It’s hard to make bread at home that is as light and soft as the ones from the shops, I think the hydrogenated fats they tend to use in mass produced breads are to blame. I have been testing a couple of recipes, changing a few things here and there, mixing white bread and focaccia recipes, always incorporating olive oil, and have finally found a reliable recipe that makes a soft bread with a lot of personality. If only bread had its own personality and voice that is.
I added some herbs and sesame seeds to make it more interesting, then I had some of it just dipped in olive oil and balsamic vinegar, and some with butter, and it was delicious. Warm bread is always nice, but a good bread is nice even when not warm, this is one of those. I intend to make it next time with some chopped olives and sundried tomatoes, then it will almost be a meal in itself!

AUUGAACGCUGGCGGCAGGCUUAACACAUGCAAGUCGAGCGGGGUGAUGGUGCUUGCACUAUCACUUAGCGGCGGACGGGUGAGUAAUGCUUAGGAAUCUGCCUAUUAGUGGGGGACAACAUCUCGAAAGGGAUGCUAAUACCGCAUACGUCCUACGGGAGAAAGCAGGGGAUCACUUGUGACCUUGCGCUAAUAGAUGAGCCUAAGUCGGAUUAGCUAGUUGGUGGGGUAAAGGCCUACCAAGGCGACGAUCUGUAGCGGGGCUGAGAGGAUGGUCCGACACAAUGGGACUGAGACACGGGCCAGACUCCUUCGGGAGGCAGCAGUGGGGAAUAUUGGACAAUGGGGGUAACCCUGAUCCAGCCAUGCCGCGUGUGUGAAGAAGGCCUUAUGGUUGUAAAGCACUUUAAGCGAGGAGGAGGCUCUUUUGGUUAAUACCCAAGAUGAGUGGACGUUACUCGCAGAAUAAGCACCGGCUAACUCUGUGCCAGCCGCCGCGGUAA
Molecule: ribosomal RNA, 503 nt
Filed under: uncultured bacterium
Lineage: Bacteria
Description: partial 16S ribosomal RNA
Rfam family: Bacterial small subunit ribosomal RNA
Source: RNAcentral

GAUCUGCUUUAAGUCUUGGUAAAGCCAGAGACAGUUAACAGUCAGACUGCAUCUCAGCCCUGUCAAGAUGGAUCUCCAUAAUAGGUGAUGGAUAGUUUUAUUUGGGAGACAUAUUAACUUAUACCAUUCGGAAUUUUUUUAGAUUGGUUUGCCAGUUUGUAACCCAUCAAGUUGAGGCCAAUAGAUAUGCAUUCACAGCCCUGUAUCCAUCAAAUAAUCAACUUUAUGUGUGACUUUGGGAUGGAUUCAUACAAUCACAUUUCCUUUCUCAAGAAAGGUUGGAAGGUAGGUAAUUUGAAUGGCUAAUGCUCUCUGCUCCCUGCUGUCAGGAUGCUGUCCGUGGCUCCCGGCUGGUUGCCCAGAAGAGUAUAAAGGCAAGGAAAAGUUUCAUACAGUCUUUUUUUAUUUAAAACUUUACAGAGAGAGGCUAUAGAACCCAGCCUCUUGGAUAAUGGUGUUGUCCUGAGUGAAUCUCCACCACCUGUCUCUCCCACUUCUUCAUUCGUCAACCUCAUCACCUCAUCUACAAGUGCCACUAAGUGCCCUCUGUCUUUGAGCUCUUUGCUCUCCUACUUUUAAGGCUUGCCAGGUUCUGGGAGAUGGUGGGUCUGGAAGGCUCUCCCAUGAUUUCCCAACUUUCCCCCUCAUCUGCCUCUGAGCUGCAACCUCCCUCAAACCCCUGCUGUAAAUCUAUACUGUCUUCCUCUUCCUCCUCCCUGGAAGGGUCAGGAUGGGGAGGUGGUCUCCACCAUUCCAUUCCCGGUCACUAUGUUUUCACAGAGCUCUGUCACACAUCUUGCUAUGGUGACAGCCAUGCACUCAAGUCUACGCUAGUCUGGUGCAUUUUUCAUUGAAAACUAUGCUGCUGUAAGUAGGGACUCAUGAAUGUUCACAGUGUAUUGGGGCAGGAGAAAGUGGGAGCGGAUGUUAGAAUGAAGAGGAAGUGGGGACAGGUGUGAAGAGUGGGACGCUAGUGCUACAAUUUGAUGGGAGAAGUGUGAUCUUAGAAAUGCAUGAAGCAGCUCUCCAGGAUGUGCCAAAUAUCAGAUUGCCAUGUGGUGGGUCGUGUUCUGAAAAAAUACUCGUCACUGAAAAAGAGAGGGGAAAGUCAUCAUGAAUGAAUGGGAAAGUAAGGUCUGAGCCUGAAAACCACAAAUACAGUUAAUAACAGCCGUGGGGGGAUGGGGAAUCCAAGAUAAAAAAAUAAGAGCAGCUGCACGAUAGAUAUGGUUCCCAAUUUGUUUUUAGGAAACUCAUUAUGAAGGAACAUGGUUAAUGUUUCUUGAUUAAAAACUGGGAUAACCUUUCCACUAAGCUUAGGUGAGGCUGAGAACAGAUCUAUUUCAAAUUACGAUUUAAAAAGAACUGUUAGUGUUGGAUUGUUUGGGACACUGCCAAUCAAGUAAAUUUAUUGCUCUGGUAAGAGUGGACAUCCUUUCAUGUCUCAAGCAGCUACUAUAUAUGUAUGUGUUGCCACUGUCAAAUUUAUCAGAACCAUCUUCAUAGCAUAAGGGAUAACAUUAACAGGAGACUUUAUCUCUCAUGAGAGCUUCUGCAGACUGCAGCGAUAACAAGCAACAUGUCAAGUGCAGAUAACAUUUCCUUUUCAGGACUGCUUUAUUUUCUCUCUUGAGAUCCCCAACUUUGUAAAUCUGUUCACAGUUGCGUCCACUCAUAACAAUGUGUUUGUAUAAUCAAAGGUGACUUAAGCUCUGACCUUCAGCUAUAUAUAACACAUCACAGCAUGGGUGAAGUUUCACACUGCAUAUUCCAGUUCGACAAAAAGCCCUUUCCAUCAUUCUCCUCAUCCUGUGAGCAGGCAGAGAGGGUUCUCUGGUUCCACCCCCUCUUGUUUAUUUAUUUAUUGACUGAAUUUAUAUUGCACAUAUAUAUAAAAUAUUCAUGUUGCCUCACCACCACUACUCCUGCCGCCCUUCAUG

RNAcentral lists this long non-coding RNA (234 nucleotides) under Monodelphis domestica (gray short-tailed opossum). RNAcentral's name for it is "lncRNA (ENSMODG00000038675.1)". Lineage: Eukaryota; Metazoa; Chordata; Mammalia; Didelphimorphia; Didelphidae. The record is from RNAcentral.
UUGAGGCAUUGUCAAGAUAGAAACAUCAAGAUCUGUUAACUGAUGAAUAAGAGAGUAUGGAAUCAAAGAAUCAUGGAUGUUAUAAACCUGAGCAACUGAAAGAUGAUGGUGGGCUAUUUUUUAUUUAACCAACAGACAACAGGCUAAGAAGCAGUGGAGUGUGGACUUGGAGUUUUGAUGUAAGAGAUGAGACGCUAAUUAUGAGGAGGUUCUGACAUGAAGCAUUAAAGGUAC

There isn’t a secret in this bread, it’s dead easy, but kneading and proving are the keys in bread making, so arm yourself with patience and a strong arm (arm yourself with an arm? That’s funny). Or a KitchenAid with the kneading attachment.
400g white bread flour
2 level tsp quick action yeast (I use this one)
1 level tsp salt
2 tbsp extra virgin olive oil
500ml lukewarm water
1. Preheat oven to 200C.
2. Combine all dry ingredients in a bowl.
3. Stir in the water and olive oil, mixing well.
4. Knead the dough until smooth, like a hard pillow. Cover the bowl with cling film and allow to prove until doubled in size, which takes approximately 1hour, in a warm place.
5. Once the dough has risen, it needs to be knocked down by simply punching all the air out of it with your fist. Mould into the loaf tins or shapes you desire. Glaze with a little olive oil and allow to prove again for a further 20-30 minutes, covering the dough with cling film again (the olive oil won’t allow it to stick to the cling film).
6. Bake in the oven for around 30-40 minutes, or 45 for the larger loaf. The crust should be dry, very firm, and a deep golden brown colour with darker spots here and there. Take the loaf out of the oven and turn it upside down, and give the bottom of the loaf a sharp tap with your knuckles, the bread will sound hollow when it’s done.